This charming, engaging story offers a funny look at what happens when a child’s imagination unfurls.

READ REVIEW

Dinosaurs Living in My Hair

In this debut rhyming picture book, Sabrina has masses of wild, curly blond hair and worries that there may be animals—like dinosaurs—living in there. 

Five-year-old Sabrina faces a tough challenge: her crazy curls are difficult to comb and manage. When her mother tells her that “Creatures could hide out there,” Sabrina starts to worry she could be right: “Underneath all this mess, / Tangled up in my hair, / What if there are dinosaurs / Living in there?” Jealous that her short-haired brother can get ready quickly, Sabrina wishes her mother were the one with the problem; still, Sabrina tries to remain calm and not worry. When the clock strikes 8:30 and it’s time to get ready for school, Sabrina goes through her daily routine: getting dressed, grabbing her pink bow, and heading to the mirror with her blue comb to try and tame her curls. “The combing and brushing / Does little to help, / Still plenty of places / To hide at my scalp. / I think I see movement / Is Mom really right? / Do dinosaurs live / In my hair out of sight?” After spotting some T. rexes, raptors, and bats living in her hair, Sabrina’s mother brushes them all out, and Sabrina and her brothers are safe to go to school. Sabrina is a funny, sweet narrator who encounters a problem many kids may have—letting their imaginations run rampant. Told in rhyme, each page of verse contains four lines that give the story a singsong quality, while Matsick’s big, colorful illustrations help kids see Sabrina’s entanglements. The authors are at work on subsequent volumes in the series, and given the warm tone of the story and its relatable main character, there’s certainly potential for more.

This charming, engaging story offers a funny look at what happens when a child’s imagination unfurls.

Pub Date: April 16, 2015

ISBN: 978-0-9861922-0-3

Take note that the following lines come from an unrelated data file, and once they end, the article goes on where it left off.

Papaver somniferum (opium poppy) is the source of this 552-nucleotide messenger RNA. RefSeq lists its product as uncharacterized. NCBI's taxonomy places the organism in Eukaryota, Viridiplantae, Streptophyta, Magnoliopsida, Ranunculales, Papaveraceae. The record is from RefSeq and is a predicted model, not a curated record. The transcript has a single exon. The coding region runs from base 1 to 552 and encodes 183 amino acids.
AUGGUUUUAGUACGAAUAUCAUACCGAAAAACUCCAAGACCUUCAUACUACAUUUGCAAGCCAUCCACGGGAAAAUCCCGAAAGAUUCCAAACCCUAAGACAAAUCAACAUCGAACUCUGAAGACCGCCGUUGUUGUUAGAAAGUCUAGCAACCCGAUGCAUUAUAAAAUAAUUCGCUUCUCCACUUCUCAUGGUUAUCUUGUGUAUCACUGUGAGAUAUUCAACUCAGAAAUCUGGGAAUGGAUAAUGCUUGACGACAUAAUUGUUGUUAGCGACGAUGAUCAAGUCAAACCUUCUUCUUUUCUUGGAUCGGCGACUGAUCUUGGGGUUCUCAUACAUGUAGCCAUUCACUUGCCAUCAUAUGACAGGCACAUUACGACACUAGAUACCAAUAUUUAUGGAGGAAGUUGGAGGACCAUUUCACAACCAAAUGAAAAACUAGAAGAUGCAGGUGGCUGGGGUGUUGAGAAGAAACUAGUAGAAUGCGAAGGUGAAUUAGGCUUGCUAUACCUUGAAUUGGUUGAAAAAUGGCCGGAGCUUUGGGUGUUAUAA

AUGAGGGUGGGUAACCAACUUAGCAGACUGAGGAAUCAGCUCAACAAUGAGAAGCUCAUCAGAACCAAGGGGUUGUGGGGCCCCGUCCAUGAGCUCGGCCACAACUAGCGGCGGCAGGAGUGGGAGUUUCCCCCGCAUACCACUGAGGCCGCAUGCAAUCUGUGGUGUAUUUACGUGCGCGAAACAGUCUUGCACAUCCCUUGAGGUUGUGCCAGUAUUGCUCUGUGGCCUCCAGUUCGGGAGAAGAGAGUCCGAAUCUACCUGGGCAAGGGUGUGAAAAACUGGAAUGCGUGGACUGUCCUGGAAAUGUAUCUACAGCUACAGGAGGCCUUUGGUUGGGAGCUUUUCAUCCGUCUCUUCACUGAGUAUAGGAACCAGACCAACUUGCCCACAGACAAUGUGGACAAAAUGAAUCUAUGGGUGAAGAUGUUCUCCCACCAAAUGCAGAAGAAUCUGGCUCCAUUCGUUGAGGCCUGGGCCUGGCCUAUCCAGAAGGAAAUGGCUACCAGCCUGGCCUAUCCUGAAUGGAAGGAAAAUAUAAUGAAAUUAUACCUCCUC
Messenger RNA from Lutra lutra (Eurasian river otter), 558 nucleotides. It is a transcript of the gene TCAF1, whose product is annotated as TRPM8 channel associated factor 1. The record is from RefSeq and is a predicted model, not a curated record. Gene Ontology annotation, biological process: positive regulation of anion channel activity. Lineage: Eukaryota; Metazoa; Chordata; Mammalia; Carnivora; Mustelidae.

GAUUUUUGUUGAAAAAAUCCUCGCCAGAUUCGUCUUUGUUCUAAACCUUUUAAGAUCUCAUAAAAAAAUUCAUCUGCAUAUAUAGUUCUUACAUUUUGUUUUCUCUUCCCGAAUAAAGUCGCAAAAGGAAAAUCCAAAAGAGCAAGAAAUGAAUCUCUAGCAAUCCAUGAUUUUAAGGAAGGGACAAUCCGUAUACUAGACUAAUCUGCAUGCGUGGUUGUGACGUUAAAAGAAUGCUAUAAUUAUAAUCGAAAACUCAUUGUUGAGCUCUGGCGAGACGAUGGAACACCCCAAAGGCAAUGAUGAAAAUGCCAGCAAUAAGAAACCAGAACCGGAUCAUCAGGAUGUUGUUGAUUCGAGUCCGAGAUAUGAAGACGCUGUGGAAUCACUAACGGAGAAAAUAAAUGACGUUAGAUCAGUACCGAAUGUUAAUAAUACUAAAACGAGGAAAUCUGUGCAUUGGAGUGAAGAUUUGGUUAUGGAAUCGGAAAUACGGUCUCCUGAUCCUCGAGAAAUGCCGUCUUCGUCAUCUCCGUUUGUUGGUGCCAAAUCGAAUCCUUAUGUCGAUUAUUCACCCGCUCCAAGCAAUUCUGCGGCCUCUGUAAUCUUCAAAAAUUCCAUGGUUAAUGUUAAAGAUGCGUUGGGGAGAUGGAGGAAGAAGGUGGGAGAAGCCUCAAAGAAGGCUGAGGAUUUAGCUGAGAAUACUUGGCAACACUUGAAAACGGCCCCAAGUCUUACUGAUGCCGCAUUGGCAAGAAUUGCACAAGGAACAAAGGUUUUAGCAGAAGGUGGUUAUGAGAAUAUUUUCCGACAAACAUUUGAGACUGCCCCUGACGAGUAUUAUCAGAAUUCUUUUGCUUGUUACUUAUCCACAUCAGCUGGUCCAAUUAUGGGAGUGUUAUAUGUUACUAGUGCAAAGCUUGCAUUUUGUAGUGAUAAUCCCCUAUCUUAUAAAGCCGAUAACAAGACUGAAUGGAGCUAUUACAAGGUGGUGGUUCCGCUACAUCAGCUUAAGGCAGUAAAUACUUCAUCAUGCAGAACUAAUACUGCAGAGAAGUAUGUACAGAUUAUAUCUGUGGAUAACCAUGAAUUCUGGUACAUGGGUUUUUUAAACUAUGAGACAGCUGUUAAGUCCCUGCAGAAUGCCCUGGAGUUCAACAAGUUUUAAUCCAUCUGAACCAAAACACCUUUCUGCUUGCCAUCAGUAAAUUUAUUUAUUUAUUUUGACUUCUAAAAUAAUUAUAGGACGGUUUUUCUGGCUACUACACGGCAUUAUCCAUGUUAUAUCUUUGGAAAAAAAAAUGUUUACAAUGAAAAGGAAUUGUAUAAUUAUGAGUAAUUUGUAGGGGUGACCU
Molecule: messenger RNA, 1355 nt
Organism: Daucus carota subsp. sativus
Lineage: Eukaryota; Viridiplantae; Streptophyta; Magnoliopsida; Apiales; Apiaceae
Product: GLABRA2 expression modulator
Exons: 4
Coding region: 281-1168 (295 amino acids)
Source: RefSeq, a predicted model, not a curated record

Page Count: 32

Publisher: Rosevallee Creations

Review Posted Online: Sept. 23, 2015

Kirkus Reviews Issue: Oct. 15, 2015

Did you like this book?

No Comments Yet

A sweet, soft conversation starter and a charming gift.

Our Verdict

  • Our Verdict
  • GET IT

Google Rating

  • google rating
  • google rating
  • google rating
  • google rating
  • google rating
  • New York Times Bestseller

BECAUSE I HAD A TEACHER

A paean to teachers and their surrogates everywhere.

This gentle ode to a teacher’s skill at inspiring, encouraging, and being a role model is spoken, presumably, from a child’s viewpoint. However, the voice could equally be that of an adult, because who can’t look back upon teachers or other early mentors who gave of themselves and offered their pupils so much? Indeed, some of the self-aware, self-assured expressions herein seem perhaps more realistic as uttered from one who’s already grown. Alternatively, readers won’t fail to note that this small book, illustrated with gentle soy-ink drawings and featuring an adult-child bear duo engaged in various sedentary and lively pursuits, could just as easily be about human parent- (or grandparent-) child pairs: some of the softly colored illustrations depict scenarios that are more likely to occur within a home and/or other family-oriented setting. Makes sense: aren’t parents and other close family members children’s first teachers? This duality suggests that the book might be best shared one-on-one between a nostalgic adult and a child who’s developed some self-confidence, having learned a thing or two from a parent, grandparent, older relative, or classroom instructor.

A sweet, soft conversation starter and a charming gift. (Picture book. 4-7)

Pub Date: March 1, 2017

ISBN: 978-1-943200-08-5

Page Count: 32

Publisher: Compendium

Review Posted Online: Dec. 14, 2016

Kirkus Reviews Issue: Jan. 1, 2017

Did you like this book?

No Comments Yet

LAST DAY BLUES

From the Mrs. Hartwell's Classroom Adventures series

One more myth dispelled for all the students who believe that their teachers live in their classrooms. During the last week of school, Mrs. Hartwell and her students reflect on the things they will miss, while also looking forward to the fun that summer will bring. The kids want to cheer up their teacher, whom they imagine will be crying over lesson plans and missing them all summer long. But what gift will cheer her up? Numerous ideas are rejected, until Eddie comes up with the perfect plan. They all cooperate to create a rhyming ode to the school year and their teacher. Love’s renderings of the children are realistic, portraying the diversity of modern-day classrooms, from dress and expression to gender and skin color. She perfectly captures the emotional trauma the students imagine their teachers will go through as they leave for the summer. Her final illustration hysterically shatters that myth, and will have every teacher cheering aloud. What a perfect end to the school year. (Picture book. 5-8)

Pub Date: Feb. 1, 2006

ISBN: 1-58089-046-6

Page Count: 32

Publisher: Charlesbridge

Review Posted Online: May 20, 2010

Kirkus Reviews Issue: Jan. 15, 2006

Did you like this book?

No Comments Yet
more